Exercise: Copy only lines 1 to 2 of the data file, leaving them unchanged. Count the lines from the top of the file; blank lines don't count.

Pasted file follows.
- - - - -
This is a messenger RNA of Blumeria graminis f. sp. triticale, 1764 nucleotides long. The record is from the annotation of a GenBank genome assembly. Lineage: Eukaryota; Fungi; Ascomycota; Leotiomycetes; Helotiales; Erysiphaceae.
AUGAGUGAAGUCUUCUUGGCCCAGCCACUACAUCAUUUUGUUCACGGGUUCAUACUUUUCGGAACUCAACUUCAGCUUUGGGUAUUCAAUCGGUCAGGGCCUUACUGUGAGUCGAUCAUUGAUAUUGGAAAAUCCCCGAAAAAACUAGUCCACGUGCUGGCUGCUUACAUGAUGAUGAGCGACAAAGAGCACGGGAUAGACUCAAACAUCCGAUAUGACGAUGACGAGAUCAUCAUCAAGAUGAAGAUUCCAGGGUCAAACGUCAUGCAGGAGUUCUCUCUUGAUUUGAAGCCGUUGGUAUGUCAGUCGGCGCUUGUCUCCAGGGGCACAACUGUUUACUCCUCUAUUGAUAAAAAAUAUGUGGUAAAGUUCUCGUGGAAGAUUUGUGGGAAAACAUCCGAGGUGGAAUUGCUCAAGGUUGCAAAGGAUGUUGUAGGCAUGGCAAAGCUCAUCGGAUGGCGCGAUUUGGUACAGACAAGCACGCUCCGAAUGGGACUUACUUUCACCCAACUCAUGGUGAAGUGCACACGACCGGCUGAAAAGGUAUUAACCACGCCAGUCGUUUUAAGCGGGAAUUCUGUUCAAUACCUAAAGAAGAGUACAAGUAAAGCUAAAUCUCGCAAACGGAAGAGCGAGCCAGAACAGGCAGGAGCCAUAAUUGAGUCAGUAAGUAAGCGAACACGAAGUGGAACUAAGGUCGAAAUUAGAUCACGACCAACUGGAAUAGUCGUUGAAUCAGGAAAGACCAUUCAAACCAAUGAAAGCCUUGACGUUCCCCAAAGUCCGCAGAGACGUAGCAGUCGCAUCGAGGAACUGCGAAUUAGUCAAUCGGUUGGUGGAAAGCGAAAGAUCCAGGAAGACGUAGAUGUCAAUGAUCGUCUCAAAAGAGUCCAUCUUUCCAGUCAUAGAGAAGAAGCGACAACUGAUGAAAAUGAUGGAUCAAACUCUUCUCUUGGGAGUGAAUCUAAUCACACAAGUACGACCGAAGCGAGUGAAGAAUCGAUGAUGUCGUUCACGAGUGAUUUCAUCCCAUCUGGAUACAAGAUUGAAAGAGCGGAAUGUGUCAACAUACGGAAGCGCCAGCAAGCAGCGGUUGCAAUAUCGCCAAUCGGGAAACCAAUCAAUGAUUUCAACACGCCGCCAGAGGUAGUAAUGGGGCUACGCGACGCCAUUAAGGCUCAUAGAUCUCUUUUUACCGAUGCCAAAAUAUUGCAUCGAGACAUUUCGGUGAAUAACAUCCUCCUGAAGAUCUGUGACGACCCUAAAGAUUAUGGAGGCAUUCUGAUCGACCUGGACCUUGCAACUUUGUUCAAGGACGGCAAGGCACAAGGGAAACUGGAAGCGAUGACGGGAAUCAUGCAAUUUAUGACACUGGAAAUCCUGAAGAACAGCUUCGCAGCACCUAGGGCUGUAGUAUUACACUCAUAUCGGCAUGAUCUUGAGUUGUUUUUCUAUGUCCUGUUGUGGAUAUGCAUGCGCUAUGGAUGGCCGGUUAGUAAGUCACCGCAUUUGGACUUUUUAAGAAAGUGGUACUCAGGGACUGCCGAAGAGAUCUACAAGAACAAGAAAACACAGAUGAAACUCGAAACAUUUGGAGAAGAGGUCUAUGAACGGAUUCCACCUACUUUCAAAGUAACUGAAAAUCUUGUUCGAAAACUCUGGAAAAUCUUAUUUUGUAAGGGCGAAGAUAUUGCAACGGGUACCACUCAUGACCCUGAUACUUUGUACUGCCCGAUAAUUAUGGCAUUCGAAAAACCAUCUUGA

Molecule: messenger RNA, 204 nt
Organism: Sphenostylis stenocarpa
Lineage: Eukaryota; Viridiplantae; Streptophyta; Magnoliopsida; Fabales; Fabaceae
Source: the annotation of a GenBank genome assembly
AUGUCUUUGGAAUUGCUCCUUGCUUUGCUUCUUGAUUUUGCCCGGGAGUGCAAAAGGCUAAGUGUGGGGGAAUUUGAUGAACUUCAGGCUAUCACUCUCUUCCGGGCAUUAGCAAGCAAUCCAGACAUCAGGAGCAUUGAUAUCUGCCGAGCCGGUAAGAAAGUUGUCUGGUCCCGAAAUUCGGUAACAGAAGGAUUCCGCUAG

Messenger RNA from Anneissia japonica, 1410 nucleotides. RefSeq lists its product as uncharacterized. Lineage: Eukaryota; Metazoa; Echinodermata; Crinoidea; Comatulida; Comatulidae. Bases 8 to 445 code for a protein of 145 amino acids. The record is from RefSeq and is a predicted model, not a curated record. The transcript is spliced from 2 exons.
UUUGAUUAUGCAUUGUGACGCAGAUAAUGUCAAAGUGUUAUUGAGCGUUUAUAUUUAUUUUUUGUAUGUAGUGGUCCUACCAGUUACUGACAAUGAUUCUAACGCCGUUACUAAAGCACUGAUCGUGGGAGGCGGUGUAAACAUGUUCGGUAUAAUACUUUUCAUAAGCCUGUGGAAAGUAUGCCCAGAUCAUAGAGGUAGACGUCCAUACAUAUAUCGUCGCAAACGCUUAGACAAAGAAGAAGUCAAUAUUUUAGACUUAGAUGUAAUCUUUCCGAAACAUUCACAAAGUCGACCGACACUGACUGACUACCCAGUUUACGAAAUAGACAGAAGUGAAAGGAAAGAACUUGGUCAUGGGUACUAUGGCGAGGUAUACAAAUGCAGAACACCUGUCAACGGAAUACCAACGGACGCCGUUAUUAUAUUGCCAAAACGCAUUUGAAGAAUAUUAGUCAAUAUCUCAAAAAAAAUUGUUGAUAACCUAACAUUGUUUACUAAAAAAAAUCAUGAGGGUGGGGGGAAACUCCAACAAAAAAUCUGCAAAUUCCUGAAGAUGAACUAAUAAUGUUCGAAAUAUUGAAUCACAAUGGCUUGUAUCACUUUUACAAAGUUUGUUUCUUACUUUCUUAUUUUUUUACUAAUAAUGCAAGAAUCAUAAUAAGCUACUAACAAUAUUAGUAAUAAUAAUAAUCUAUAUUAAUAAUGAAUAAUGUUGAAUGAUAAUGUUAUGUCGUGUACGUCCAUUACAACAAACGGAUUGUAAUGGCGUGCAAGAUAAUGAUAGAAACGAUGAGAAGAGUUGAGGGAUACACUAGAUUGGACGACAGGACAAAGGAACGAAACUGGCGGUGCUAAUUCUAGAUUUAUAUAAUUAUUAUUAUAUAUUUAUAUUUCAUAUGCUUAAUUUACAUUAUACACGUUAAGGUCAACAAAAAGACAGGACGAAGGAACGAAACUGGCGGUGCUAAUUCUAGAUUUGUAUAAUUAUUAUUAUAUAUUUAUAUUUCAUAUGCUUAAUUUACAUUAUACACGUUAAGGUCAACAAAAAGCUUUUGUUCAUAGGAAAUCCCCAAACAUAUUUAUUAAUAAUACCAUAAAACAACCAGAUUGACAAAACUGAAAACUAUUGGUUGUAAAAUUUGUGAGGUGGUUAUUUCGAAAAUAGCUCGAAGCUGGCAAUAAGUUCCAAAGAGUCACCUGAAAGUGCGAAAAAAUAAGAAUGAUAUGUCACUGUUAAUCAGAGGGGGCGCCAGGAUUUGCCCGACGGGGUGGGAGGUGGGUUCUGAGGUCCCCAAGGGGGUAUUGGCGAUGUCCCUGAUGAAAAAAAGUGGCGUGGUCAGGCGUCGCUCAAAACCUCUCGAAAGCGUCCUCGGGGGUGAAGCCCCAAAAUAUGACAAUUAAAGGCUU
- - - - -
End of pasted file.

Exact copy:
This is a messenger RNA of Blumeria graminis f. sp. triticale, 1764 nucleotides long. The record is from the annotation of a GenBank genome assembly. Lineage: Eukaryota; Fungi; Ascomycota; Leotiomycetes; Helotiales; Erysiphaceae.
AUGAGUGAAGUCUUCUUGGCCCAGCCACUACAUCAUUUUGUUCACGGGUUCAUACUUUUCGGAACUCAACUUCAGCUUUGGGUAUUCAAUCGGUCAGGGCCUUACUGUGAGUCGAUCAUUGAUAUUGGAAAAUCCCCGAAAAAACUAGUCCACGUGCUGGCUGCUUACAUGAUGAUGAGCGACAAAGAGCACGGGAUAGACUCAAACAUCCGAUAUGACGAUGACGAGAUCAUCAUCAAGAUGAAGAUUCCAGGGUCAAACGUCAUGCAGGAGUUCUCUCUUGAUUUGAAGCCGUUGGUAUGUCAGUCGGCGCUUGUCUCCAGGGGCACAACUGUUUACUCCUCUAUUGAUAAAAAAUAUGUGGUAAAGUUCUCGUGGAAGAUUUGUGGGAAAACAUCCGAGGUGGAAUUGCUCAAGGUUGCAAAGGAUGUUGUAGGCAUGGCAAAGCUCAUCGGAUGGCGCGAUUUGGUACAGACAAGCACGCUCCGAAUGGGACUUACUUUCACCCAACUCAUGGUGAAGUGCACACGACCGGCUGAAAAGGUAUUAACCACGCCAGUCGUUUUAAGCGGGAAUUCUGUUCAAUACCUAAAGAAGAGUACAAGUAAAGCUAAAUCUCGCAAACGGAAGAGCGAGCCAGAACAGGCAGGAGCCAUAAUUGAGUCAGUAAGUAAGCGAACACGAAGUGGAACUAAGGUCGAAAUUAGAUCACGACCAACUGGAAUAGUCGUUGAAUCAGGAAAGACCAUUCAAACCAAUGAAAGCCUUGACGUUCCCCAAAGUCCGCAGAGACGUAGCAGUCGCAUCGAGGAACUGCGAAUUAGUCAAUCGGUUGGUGGAAAGCGAAAGAUCCAGGAAGACGUAGAUGUCAAUGAUCGUCUCAAAAGAGUCCAUCUUUCCAGUCAUAGAGAAGAAGCGACAACUGAUGAAAAUGAUGGAUCAAACUCUUCUCUUGGGAGUGAAUCUAAUCACACAAGUACGACCGAAGCGAGUGAAGAAUCGAUGAUGUCGUUCACGAGUGAUUUCAUCCCAUCUGGAUACAAGAUUGAAAGAGCGGAAUGUGUCAACAUACGGAAGCGCCAGCAAGCAGCGGUUGCAAUAUCGCCAAUCGGGAAACCAAUCAAUGAUUUCAACACGCCGCCAGAGGUAGUAAUGGGGCUACGCGACGCCAUUAAGGCUCAUAGAUCUCUUUUUACCGAUGCCAAAAUAUUGCAUCGAGACAUUUCGGUGAAUAACAUCCUCCUGAAGAUCUGUGACGACCCUAAAGAUUAUGGAGGCAUUCUGAUCGACCUGGACCUUGCAACUUUGUUCAAGGACGGCAAGGCACAAGGGAAACUGGAAGCGAUGACGGGAAUCAUGCAAUUUAUGACACUGGAAAUCCUGAAGAACAGCUUCGCAGCACCUAGGGCUGUAGUAUUACACUCAUAUCGGCAUGAUCUUGAGUUGUUUUUCUAUGUCCUGUUGUGGAUAUGCAUGCGCUAUGGAUGGCCGGUUAGUAAGUCACCGCAUUUGGACUUUUUAAGAAAGUGGUACUCAGGGACUGCCGAAGAGAUCUACAAGAACAAGAAAACACAGAUGAAACUCGAAACAUUUGGAGAAGAGGUCUAUGAACGGAUUCCACCUACUUUCAAAGUAACUGAAAAUCUUGUUCGAAAACUCUGGAAAAUCUUAUUUUGUAAGGGCGAAGAUAUUGCAACGGGUACCACUCAUGACCCUGAUACUUUGUACUGCCCGAUAAUUAUGGCAUUCGAAAAACCAUCUUGA